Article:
Reporting from Guinea-Bissau in Tuesday's NY Times, Lydia Polgreen cites an anonymous diplomat to the effect that as far as the locals are concerned, the tit-for-tat killings of the president and the head of the Army last week may "be the best shot at stability that Guinea-Bissau has had in a long time."
That is an astounding assertion. How bad must a country be for the killing of its two most powerful figures to be a cause for optimism? But Guinea-Bissau is no ordinary place. Ranked fifth from the bottom in terms of poverty and with no natural resources to speak of, the government's economic development plan seems to have been to forge alliances with Colombian drug traffickers who wanted new routes to move their product into Europe. Taking advantage of the archipelago's coastline and lack of any meaningful oversight, the South American, Nigerian and Asian drug gangs have all conspired to turn Guinea-Bissau into the world's first narco-state. (See Joe Kirschke's WPR series from September 2008: Part I here, Part II here, Part III here.)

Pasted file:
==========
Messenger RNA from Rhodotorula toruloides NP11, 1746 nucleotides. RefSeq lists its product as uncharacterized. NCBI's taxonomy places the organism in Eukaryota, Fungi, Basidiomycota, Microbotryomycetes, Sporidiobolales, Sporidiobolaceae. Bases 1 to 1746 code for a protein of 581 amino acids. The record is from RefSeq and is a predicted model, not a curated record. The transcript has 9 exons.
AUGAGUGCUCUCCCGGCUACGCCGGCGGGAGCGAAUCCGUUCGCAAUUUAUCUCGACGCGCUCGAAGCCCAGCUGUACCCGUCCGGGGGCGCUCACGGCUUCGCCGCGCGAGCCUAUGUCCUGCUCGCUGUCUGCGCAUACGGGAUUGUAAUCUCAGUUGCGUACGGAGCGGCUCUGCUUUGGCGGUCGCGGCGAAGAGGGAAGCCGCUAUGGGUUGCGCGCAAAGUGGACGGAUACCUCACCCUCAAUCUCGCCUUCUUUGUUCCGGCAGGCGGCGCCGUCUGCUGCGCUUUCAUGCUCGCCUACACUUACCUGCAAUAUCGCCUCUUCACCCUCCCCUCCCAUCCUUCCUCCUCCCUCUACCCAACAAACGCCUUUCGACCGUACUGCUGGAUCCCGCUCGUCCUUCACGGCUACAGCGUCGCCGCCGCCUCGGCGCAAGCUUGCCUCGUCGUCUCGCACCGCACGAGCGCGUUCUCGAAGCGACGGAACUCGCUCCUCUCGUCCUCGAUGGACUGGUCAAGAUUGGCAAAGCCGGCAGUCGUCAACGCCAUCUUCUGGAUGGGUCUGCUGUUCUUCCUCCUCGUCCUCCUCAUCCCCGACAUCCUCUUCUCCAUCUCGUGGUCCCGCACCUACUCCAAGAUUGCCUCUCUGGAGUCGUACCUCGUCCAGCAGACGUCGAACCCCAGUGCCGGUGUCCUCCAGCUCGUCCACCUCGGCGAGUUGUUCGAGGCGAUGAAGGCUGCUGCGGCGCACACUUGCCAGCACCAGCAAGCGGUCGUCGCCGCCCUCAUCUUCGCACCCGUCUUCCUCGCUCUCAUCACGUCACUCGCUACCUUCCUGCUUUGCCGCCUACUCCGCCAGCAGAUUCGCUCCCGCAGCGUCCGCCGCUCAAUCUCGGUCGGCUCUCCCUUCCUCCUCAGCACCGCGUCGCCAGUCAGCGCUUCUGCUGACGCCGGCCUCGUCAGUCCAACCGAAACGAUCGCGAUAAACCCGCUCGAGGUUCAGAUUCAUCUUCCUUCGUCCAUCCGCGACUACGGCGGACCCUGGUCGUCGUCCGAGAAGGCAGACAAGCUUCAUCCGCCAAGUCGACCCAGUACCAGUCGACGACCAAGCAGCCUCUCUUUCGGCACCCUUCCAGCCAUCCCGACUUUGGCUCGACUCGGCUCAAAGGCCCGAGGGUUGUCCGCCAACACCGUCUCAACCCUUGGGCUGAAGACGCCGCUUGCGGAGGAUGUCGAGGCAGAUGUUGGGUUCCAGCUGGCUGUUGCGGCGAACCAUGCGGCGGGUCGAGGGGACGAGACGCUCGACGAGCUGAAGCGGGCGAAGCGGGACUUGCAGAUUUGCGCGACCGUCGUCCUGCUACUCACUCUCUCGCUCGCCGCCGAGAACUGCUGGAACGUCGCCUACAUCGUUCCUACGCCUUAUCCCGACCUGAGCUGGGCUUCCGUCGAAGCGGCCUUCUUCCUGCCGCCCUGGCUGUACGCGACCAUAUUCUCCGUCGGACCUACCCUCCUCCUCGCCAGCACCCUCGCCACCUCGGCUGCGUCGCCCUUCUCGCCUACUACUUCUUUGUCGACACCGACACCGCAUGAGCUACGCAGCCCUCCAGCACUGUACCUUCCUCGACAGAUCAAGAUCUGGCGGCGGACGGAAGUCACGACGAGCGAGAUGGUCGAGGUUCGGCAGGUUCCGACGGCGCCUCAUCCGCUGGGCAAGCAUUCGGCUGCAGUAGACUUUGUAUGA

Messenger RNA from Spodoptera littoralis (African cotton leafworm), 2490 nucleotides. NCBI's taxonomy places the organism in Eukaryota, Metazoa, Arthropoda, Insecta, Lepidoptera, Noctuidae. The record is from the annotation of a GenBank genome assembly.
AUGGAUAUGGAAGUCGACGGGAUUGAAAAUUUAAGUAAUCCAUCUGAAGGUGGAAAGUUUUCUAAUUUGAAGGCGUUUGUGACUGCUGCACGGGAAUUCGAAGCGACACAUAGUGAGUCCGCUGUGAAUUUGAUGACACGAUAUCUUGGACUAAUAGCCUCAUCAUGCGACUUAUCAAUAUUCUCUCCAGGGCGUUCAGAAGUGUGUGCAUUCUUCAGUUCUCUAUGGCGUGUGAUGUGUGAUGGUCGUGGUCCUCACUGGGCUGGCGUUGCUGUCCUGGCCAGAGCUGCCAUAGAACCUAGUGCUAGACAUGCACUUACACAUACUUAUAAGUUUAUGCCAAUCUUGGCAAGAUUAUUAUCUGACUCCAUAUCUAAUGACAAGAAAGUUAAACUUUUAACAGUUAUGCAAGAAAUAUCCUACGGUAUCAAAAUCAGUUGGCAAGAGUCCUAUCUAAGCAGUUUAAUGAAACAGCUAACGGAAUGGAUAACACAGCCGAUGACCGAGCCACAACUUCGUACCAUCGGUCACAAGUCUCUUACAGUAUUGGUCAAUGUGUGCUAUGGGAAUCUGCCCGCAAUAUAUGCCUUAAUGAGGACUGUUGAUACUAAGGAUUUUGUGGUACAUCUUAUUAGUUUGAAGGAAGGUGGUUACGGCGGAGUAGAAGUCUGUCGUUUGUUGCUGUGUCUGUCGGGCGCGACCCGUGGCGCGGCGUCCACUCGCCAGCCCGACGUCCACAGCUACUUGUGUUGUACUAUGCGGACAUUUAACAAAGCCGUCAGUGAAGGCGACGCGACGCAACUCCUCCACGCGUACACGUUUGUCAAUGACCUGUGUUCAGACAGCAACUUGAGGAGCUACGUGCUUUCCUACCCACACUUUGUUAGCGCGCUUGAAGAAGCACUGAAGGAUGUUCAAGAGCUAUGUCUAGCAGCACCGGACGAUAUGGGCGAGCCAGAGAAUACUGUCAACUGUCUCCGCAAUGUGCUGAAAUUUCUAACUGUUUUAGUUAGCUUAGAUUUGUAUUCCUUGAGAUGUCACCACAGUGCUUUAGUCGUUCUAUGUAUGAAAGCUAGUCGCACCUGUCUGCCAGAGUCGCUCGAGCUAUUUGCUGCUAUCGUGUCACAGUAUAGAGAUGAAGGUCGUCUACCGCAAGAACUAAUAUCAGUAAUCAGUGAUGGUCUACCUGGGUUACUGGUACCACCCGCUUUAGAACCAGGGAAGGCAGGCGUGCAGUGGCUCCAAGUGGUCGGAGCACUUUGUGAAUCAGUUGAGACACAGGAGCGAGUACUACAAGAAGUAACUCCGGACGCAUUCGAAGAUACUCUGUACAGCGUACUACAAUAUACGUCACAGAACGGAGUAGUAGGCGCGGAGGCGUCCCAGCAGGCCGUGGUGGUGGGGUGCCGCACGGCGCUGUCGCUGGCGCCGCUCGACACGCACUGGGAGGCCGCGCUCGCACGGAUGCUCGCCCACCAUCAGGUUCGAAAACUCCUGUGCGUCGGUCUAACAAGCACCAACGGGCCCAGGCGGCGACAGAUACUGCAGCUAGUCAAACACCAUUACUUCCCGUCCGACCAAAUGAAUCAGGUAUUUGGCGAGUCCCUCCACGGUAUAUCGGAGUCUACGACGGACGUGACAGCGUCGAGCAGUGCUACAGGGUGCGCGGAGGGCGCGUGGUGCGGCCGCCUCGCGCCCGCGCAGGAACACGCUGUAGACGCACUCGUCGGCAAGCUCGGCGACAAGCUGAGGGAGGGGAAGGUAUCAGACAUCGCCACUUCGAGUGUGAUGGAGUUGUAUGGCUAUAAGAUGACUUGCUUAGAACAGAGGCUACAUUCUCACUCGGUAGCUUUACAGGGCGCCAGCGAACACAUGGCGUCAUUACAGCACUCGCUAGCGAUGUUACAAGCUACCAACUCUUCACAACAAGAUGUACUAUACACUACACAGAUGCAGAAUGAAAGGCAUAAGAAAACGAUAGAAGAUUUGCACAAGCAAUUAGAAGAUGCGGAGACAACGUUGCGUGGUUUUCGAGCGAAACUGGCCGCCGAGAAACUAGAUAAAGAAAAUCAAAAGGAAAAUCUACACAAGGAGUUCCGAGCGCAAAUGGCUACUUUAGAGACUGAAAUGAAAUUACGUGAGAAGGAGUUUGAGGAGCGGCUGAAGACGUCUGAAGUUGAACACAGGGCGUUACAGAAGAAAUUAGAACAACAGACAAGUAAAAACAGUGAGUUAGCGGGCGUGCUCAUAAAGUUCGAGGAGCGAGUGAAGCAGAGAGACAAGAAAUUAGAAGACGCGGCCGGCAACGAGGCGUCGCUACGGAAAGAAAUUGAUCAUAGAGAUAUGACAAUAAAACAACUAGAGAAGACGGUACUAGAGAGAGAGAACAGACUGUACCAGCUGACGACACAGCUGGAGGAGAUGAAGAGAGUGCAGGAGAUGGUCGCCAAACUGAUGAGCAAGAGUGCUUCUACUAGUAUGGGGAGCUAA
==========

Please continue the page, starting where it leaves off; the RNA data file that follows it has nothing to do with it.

Whether the killings were caused by tribal rivalries or were contract hits ordered by the drug barons, the bottom line is that the country's new leaders will have to decide quickly how they are going to deal with a destitute population, a non-existent economy and a drug pipeline estimated to be almost a billion a year.
(First published March 12, 2009 in World Politics Review)